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The quest for my perfect GPS watch

When looking for a new GPS watch, it's important to know which functions are most important to you as a runner. Recently, Tara had to navigate the numerous flashy high-tech models on the market to find the one that suited her best.

wearable tech watch

For the past several months I’ve known it was only a matter of time before I would have to start hunting for a new GPS running watch. That time finally arrived last week when I determined that my current watch had become too glitchy to continue using it.

Whether an elite or recreational runner, if you’re accustomed to tracking your workouts on a watch, it can be pretty frustrating when inaccuracies start popping up. On the flip side, a fine-functioning, reliable watch is an absolute pleasure and a very powerful tool. For quite some time, I noticed that the pacing on my current watch had been a bit off but I just did the math and adjusted accordingly. In the last few weeks though, I’ve started to notice it’s become increasingly erratic. Once I noticed just how off the pacing had become, it didn’t take much deliberation before I decided to commit to finding a new one. When my device dropped last Sunday’s half-marathon before I had the chance to download it onto the computer, that was the final straw.

RELATED: Confession: I ran without my GPS watch and my pace was faster

As I began researching GPS watches online, I was quickly bombarded with a handful of brands, dozens of models, and an immense amount of functions. I read reviews, watched videos, broke down the specs on various brands websites and slowly began to get an idea of the direction I wanted to go. I knew going into the hunt that, for me, the most important function was accurate GPS. Beyond that, I had to determine which of the other, seemingly endless, optional functions were important. There are the basic functions of any GPS watch that will indicate pace, distance, calories burned, and optional lap settings. Then there are hundreds, if not thousands, of combinations of other advanced functions like lactate threshold, stride length, VO2 max, vertical ratio, audio prompts, Bluetooth connectivity, smart notifications, social media sharing, music functions, daily steps taken, sleep tracker… the list goes on.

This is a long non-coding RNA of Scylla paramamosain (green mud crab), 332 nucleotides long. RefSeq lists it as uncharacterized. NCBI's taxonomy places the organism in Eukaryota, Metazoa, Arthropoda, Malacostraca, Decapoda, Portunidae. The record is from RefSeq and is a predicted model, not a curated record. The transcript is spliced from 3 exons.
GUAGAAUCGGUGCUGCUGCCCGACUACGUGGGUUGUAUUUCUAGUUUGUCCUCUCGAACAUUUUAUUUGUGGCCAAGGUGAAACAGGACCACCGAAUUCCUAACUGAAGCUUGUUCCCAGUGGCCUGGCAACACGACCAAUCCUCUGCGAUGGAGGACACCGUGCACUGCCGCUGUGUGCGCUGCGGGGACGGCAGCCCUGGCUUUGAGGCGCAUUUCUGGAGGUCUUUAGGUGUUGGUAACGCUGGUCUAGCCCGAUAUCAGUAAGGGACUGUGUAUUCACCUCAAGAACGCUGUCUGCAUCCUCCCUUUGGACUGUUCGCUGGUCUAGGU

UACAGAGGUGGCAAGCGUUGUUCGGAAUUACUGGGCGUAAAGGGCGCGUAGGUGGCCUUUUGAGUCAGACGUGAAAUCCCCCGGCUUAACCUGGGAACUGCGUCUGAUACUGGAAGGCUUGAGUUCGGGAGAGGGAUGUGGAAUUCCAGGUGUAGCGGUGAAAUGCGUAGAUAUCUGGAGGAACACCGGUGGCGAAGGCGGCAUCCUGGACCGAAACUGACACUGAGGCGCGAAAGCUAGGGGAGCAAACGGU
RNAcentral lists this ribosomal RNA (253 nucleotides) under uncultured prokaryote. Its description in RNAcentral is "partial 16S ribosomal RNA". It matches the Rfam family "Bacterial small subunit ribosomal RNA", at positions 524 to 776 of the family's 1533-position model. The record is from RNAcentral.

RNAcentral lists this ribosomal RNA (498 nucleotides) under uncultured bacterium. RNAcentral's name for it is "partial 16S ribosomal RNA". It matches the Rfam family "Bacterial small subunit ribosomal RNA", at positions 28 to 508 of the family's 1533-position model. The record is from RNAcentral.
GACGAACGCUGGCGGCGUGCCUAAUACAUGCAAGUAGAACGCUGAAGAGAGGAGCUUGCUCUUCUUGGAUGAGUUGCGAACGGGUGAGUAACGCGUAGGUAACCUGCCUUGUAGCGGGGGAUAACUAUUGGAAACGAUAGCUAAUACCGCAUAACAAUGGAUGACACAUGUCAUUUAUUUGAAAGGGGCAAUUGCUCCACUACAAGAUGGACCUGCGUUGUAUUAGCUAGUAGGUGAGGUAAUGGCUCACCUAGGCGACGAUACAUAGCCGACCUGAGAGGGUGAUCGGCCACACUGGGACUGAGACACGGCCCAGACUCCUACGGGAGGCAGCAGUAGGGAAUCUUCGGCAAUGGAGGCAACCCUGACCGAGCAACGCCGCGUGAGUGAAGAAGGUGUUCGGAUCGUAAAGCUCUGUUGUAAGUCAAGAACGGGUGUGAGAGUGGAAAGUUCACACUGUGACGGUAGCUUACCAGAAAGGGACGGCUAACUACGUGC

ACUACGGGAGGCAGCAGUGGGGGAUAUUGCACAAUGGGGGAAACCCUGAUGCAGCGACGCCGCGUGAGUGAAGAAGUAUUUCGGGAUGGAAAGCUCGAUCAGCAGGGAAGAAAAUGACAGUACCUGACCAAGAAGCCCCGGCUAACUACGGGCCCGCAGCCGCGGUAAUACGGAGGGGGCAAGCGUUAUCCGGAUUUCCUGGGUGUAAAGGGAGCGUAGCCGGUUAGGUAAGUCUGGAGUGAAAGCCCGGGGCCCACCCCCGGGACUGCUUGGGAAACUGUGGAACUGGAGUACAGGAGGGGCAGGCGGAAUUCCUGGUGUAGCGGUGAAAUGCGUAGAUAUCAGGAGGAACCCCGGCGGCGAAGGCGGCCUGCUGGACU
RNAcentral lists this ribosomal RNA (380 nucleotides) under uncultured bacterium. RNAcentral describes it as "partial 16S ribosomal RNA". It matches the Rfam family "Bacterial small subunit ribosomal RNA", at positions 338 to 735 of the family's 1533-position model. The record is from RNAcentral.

While I’m sure these features have a place for some more tech-inclined runners, they weren’t appealing to me. I like to keep my running simple and I want my tech to be the same. If it’s going to surround me while I run, I wanted it to align with who I am as a runner. I would feel bogged down by endless workout settings, and calculations coming at me, and I don’t want emails, and text messages beeping at me via smart notifications mid workout. The more streamlined and basic, the better in my books. For example, I don’t listen to music when I run outside, so a button solely devoted to that isn’t something I want, even if that particular model is considered the latest and greatest.

RELATED: As I ran, I reminded myself: “It’s not about a PB.”

As I continued my online research, I stayed focus on the primary function most important to me– accuracy of GPS. With this in mind, I ended up selecting a very basic model after determining that with these stripped down models, the GPS is not compromised– they simply don’t have the bells and whistles. I’m quite alright without a colour display, and more than happy to check my emails when I get home. It’s more appealing for me to have one of the most important tools in my training arsenal align with who I am as a runner, than it is to have the newest watch on the market.